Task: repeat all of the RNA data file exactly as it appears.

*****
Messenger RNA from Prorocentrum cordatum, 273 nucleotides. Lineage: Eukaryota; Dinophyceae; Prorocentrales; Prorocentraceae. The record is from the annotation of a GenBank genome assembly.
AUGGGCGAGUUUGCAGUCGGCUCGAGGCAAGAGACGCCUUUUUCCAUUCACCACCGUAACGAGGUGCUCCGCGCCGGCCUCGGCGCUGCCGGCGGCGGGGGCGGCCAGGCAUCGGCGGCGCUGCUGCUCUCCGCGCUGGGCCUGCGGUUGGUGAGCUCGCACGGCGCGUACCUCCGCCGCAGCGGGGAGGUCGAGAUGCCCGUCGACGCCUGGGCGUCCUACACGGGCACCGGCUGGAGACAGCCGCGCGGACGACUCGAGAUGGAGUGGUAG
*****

Messenger RNA from Prorocentrum cordatum, 273 nucleotides. Lineage: Eukaryota; Dinophyceae; Prorocentrales; Prorocentraceae. The record is from the annotation of a GenBank genome assembly.
AUGGGCGAGUUUGCAGUCGGCUCGAGGCAAGAGACGCCUUUUUCCAUUCACCACCGUAACGAGGUGCUCCGCGCCGGCCUCGGCGCUGCCGGCGGCGGGGGCGGCCAGGCAUCGGCGGCGCUGCUGCUCUCCGCGCUGGGCCUGCGGUUGGUGAGCUCGCACGGCGCGUACCUCCGCCGCAGCGGGGAGGUCGAGAUGCCCGUCGACGCCUGGGCGUCCUACACGGGCACCGGCUGGAGACAGCCGCGCGGACGACUCGAGAUGGAGUGGUAG